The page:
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Why is こころ + みる the word used to say "to try/attempt"? What is it supposed to be saying as an idiom?

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    That's the etymological meaning of 試みる, but I've never seen it written as 心見る and dictionaries suggest that writing it that way is considered a mistake. – snailcar Jun 9 '17 at 0:57
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    There are two different questions here. The first is "why does the Japanese compound kokoro-miru mean 'to attempt'". The second is "why is the Japanese compound kokoro-miru written with a single Chinese character as 試みる, rather than 心見る". Both questions are already answered in the marked duplicate (the etymology is "to check out the essence of something"; and the orthography is because the Japanese compound kokoro-miru was translated by a single Chinese word, shì 試). – melissa_boiko Jun 9 '17 at 11:35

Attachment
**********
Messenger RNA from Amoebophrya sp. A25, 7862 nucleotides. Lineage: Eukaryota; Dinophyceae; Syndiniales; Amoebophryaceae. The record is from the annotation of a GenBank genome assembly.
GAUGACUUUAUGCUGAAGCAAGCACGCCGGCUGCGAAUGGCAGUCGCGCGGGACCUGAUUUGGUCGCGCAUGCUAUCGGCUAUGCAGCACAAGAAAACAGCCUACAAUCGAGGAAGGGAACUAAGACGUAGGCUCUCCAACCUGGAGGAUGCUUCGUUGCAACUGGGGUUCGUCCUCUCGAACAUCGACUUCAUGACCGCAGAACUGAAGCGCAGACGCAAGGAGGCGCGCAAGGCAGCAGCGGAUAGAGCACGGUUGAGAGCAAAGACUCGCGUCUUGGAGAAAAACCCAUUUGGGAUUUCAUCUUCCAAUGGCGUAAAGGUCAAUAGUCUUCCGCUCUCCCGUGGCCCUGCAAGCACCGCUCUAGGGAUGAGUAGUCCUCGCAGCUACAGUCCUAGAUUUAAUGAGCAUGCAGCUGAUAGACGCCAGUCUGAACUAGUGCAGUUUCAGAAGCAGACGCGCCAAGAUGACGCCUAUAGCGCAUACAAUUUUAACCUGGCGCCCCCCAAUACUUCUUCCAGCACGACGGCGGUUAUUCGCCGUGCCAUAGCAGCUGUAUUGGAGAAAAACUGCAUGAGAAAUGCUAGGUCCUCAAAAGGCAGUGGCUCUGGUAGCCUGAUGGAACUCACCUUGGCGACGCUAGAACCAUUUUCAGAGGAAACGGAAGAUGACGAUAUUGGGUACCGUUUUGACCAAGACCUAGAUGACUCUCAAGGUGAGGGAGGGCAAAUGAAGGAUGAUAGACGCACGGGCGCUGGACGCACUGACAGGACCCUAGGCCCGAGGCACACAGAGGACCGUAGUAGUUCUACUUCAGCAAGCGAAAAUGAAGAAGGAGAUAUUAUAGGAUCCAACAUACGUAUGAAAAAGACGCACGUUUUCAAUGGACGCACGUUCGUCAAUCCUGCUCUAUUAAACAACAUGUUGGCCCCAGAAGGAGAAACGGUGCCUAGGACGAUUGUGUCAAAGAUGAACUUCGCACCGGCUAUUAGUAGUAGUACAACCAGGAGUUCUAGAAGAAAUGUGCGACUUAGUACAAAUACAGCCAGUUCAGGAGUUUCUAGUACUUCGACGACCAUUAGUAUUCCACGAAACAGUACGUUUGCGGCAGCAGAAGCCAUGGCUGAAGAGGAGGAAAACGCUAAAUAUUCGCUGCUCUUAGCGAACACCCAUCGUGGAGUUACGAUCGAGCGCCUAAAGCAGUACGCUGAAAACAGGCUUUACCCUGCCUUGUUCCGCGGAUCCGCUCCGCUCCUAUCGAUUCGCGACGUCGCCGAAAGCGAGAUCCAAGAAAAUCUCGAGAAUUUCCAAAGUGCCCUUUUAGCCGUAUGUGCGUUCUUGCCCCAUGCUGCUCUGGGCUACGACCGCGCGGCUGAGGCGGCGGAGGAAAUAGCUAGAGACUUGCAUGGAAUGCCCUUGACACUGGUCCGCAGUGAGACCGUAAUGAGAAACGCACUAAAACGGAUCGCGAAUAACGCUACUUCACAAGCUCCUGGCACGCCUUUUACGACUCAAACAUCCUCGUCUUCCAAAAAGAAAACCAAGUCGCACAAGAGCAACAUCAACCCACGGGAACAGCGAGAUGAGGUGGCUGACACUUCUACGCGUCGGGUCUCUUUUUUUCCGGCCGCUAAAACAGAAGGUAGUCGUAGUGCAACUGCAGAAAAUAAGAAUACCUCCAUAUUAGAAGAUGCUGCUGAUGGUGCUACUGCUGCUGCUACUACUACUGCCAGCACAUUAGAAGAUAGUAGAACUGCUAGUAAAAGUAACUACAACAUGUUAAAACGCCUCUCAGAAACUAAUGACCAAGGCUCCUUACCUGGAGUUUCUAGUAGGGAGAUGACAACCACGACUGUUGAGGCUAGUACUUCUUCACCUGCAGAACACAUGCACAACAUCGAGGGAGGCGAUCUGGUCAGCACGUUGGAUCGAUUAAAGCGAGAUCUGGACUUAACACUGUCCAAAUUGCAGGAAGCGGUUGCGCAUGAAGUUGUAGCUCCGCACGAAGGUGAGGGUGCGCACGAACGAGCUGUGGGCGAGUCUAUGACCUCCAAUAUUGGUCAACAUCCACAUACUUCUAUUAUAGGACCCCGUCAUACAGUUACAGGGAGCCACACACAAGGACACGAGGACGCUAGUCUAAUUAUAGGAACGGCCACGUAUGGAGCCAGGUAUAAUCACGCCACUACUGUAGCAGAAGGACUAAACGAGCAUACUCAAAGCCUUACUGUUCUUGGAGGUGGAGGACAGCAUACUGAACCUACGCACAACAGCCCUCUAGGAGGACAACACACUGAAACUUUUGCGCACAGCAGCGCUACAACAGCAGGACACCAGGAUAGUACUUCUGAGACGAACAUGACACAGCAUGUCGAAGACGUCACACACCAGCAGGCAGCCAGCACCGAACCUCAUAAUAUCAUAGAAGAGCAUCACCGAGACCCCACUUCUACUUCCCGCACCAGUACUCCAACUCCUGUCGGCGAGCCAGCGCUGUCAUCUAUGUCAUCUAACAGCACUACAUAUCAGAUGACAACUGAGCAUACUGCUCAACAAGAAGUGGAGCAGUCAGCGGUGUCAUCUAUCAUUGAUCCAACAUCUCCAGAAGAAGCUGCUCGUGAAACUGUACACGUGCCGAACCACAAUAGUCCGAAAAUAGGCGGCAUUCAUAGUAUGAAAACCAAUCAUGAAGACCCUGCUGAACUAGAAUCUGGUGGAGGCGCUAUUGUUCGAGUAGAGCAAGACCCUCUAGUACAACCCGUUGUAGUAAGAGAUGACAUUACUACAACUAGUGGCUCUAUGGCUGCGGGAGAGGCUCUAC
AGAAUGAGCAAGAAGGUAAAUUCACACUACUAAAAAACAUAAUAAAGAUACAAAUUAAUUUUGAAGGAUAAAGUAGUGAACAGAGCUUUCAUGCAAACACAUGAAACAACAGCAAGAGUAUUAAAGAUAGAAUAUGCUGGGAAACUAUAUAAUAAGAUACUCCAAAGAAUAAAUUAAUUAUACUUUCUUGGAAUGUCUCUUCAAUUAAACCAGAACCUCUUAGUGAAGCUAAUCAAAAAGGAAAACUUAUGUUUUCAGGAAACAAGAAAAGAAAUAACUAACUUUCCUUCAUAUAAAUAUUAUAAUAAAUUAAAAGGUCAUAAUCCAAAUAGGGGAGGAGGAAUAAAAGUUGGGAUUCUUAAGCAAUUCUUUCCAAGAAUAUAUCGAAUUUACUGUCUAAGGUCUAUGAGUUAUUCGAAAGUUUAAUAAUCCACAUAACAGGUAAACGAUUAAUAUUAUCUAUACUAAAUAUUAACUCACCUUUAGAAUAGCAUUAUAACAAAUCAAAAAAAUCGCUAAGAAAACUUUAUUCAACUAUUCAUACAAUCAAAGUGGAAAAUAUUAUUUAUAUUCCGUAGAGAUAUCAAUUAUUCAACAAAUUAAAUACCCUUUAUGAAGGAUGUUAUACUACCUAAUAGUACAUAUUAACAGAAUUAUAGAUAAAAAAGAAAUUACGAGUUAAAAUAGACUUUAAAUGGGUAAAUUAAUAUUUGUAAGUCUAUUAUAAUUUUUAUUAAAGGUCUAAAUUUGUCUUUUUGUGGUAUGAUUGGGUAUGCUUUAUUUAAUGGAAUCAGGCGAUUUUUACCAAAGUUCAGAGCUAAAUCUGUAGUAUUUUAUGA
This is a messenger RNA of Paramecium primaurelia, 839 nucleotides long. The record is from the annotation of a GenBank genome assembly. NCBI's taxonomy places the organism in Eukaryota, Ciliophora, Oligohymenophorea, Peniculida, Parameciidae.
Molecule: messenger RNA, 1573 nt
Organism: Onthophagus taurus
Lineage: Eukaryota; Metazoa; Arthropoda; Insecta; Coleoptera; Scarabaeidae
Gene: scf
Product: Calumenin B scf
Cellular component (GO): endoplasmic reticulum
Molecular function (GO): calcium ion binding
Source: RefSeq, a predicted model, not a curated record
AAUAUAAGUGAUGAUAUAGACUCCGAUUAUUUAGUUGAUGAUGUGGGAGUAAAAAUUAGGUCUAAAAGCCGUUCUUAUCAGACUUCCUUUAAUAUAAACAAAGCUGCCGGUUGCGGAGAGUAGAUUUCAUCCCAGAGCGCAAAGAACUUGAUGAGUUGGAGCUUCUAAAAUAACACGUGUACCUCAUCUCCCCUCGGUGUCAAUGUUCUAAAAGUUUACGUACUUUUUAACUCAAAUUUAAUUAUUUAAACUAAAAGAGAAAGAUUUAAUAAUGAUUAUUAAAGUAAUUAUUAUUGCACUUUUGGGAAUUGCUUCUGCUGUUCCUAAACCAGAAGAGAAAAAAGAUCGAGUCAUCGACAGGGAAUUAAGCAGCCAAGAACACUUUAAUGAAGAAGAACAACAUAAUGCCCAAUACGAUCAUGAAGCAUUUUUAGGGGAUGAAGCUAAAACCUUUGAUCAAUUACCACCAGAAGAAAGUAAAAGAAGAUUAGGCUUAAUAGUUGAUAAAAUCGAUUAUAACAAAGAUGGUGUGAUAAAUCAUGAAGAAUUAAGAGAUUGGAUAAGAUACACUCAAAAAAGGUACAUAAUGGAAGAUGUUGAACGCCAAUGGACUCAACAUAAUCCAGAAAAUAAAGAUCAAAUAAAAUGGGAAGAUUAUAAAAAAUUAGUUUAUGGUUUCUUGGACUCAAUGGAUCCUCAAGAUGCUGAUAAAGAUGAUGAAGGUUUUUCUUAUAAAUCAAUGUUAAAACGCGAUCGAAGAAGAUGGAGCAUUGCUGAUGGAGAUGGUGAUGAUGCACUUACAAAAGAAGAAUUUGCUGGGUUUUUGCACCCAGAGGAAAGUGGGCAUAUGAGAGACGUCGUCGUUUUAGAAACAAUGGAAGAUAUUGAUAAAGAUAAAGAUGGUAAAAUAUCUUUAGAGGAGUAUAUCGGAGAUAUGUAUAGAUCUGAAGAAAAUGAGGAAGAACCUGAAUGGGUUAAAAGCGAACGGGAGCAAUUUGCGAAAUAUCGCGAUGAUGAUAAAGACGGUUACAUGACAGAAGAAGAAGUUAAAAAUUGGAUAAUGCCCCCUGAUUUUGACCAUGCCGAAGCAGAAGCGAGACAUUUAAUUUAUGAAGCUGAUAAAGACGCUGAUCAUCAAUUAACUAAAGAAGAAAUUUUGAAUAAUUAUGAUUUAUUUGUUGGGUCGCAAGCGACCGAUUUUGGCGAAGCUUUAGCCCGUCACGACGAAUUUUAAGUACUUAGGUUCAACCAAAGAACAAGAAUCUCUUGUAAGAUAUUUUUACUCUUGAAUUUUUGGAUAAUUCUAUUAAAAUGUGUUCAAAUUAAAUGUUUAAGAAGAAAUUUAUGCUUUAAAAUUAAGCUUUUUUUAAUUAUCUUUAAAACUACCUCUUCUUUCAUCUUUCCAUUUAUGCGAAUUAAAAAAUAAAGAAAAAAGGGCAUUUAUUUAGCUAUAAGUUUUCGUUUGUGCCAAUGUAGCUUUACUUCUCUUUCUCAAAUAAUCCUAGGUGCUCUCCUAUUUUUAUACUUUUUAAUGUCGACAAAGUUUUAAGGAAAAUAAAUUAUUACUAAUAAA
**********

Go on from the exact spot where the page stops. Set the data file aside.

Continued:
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When I did a sentence search on jisho.org for こころみる, there were several sentences for the 試みる version and none for the 心見る version, suggesting that it is likely antiquated to the point of being irrelevant in modern Japanese. In other words, if it's not a usage that you're likely to see or to use, does it matter where it came from? But I guess if you're just wondering for the sake of curiosity, perhaps a native speaker with a deep knowledge of outdated kanji could explain.

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